State of the South Atlantic Ecosystems kickoff workshopHeath Kelsey ·
Jane Hawkey, Caroline Donovan, and I had a fantastic visit to Raleigh, NC, where we are working with the South Atlantic Landscape Conservation Cooperative (SALCC) develop a State of the South Atlantic Ecosystems Assessment. Over the last two years or so, the SALCC has been developing a set of indicators that reflect on conservation priorities for 11 ecosystems in the US South Atlantic region. The ecosystems span the ocean to piedmont, and include marine, beach and dune, maritime forest, estuarine, tidal and non-tidal freshwater marsh, freshwater aquatic, forested wetland, pine woodland savanna and prairie, upland hardwood forest, as well as landscapes and waterscapes.
The indicators to evaluate conservation priorities are based on ecosystem condition - our collective challenge is to design a framework for an overall ecosystem condition assessment based on those metrics. The challenge for the SALCC now is to determine thresholds for each metric, which is no small task for the approximately 30 indicators across 11 ecosystems. Despite the size of the task, SALCC is intent on moving quickly to complete it.
Throughout this process, I've admired the "can do" attitude of the staff and leadership of the SALCC. There is a willingness to roll up sleeves and get to work on the interim thresholds, with the understanding that they can be improved and finalized as work progresses. The old "don't let the perfect be the enemy of the good" is on full display. This focus on progress has enabled the SALCC to make impressive progress in a relatively short time. In our workshop, we outlined a pretty tough set of tasks to establish ecosystem condition thresholds for the current indicators. No one on the staff flinched, and promised to have this done in short order, mostly completed by the end of the year.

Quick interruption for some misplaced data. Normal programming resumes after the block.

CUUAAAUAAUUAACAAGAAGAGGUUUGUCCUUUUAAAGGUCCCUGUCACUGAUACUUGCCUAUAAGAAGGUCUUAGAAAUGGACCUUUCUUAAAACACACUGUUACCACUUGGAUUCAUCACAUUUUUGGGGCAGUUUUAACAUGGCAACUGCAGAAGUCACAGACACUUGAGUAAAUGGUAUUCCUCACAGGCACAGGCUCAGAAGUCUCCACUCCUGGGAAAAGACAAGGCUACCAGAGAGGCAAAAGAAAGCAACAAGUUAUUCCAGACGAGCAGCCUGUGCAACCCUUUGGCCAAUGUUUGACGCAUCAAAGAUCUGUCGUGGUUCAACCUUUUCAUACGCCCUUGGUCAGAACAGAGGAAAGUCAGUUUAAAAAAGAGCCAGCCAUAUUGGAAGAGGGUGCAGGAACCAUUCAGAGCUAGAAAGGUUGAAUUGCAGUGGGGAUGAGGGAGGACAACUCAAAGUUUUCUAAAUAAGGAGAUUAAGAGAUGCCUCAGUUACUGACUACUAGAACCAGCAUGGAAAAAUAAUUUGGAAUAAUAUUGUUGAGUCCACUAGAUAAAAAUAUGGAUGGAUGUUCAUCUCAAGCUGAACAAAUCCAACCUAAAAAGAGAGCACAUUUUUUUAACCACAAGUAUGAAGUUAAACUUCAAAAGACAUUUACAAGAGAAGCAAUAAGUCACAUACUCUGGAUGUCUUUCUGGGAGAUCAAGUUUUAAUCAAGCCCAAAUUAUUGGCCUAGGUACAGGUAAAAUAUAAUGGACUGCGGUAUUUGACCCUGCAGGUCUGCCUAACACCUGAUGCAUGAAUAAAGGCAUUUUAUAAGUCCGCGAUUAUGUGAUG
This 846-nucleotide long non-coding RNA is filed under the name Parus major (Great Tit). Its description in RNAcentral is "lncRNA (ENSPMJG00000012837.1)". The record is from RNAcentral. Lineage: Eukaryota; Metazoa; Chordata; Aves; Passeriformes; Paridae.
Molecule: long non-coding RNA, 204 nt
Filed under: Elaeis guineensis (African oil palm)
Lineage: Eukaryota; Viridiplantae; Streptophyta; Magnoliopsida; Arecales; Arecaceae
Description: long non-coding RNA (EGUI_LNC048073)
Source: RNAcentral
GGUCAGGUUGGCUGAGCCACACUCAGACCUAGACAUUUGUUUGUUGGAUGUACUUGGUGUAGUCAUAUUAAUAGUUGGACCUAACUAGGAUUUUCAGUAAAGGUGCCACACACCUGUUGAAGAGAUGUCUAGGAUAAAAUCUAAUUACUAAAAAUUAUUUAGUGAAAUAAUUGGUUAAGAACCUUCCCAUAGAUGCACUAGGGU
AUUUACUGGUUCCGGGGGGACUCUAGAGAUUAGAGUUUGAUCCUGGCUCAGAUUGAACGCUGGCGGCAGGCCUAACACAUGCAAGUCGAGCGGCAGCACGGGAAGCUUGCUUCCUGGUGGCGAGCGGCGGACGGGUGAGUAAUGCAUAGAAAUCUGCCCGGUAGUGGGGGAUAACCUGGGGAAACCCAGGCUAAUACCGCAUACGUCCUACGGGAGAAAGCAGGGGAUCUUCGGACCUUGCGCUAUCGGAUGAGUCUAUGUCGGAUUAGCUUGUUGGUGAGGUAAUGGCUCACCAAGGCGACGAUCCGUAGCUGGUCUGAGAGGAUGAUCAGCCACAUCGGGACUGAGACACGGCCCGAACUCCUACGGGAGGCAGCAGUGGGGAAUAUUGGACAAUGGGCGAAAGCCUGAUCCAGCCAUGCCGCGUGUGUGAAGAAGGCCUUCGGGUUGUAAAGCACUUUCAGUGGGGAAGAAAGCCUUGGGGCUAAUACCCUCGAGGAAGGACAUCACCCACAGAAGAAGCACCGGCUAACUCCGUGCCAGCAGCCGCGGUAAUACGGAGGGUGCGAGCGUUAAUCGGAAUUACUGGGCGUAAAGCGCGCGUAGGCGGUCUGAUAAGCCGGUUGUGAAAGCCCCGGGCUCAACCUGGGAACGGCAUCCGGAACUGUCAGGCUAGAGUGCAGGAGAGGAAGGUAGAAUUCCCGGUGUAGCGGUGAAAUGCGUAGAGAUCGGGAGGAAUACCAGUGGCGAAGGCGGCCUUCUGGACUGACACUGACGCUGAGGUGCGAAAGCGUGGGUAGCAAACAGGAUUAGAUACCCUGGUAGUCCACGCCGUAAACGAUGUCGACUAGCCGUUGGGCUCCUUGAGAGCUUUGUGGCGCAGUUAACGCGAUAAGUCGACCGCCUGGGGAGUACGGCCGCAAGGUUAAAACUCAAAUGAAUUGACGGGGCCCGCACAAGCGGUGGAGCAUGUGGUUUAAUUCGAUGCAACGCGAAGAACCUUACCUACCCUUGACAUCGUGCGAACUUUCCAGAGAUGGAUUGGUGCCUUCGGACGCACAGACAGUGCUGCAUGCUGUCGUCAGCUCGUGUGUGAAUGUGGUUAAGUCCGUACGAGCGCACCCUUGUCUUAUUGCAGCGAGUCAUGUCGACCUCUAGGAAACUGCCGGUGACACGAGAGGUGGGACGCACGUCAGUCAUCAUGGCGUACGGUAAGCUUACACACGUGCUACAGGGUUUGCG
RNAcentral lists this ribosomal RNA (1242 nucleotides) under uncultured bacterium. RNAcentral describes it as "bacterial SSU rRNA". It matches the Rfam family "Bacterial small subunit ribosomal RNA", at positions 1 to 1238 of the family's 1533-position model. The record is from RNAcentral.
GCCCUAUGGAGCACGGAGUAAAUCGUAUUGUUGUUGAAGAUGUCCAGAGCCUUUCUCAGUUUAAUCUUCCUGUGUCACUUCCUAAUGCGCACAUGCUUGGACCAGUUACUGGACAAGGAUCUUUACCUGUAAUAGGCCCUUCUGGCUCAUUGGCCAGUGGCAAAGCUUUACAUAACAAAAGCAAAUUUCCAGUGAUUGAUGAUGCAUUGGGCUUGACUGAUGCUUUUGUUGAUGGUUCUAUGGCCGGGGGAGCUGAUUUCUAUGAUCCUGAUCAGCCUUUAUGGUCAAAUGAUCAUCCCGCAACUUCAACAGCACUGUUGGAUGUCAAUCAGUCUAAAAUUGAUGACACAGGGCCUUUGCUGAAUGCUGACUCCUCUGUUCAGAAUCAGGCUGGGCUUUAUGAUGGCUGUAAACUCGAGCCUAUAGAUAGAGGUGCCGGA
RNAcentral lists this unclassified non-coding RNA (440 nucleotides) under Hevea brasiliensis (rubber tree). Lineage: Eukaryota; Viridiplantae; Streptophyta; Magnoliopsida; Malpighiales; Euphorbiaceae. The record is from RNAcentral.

This kind of "get it done" attitude is a theme that we try to live by with our work as well. There is always room to improve a project or product, but sometimes you need a good milestone to build from. Plant a flag to document what you’ve accomplished and build from there.
Of course we learned a lot about the ecosystems in the southeastern US, which is a pleasure for us and happens wherever we go. An added bonus for us this time was the workshop location at the James B. Hunt Jr. Library, on the centennial campus of NC State University in Raleigh. Our meeting space was a glassed room called “The Fishbowl”, which has a wireless, large format, touch screen monitor, and adjustable colored lighting.
The rest of the library is even more impressive, with robotic stacks, hundreds of collaborative working spaces with Apple or PC workstations, 3D printing, sound rooms, game developing spaces, and innovative communication displays. We enjoyed a great tour of the library from Rua Mordecai - our host, and Science Coordinator for the SALCC.
About the author
Heath Kelsey has been with IAN since 2009, as a Science Integrator, Program Manager, and as Director since 2019. His work focuses on helping communities become more engaged in socio-environmental decision making. He has over 10-years of experience in stakeholder engagement, environmental and public health assessment, indicator development, and science communication. He has led numerous ecosystem health and socio-environmental health report card projects globally, in Australia, India, the South Pacific, Africa, and throughout the US. Dr. Kelsey received his MSPH (2000) and PhD (2006) from The University of South Carolina Arnold School of Public Health. He is a graduate of St Mary’s College of Maryland (1988). He was also a Peace Corps Volunteer in Papua New Guinea from 1995-1998.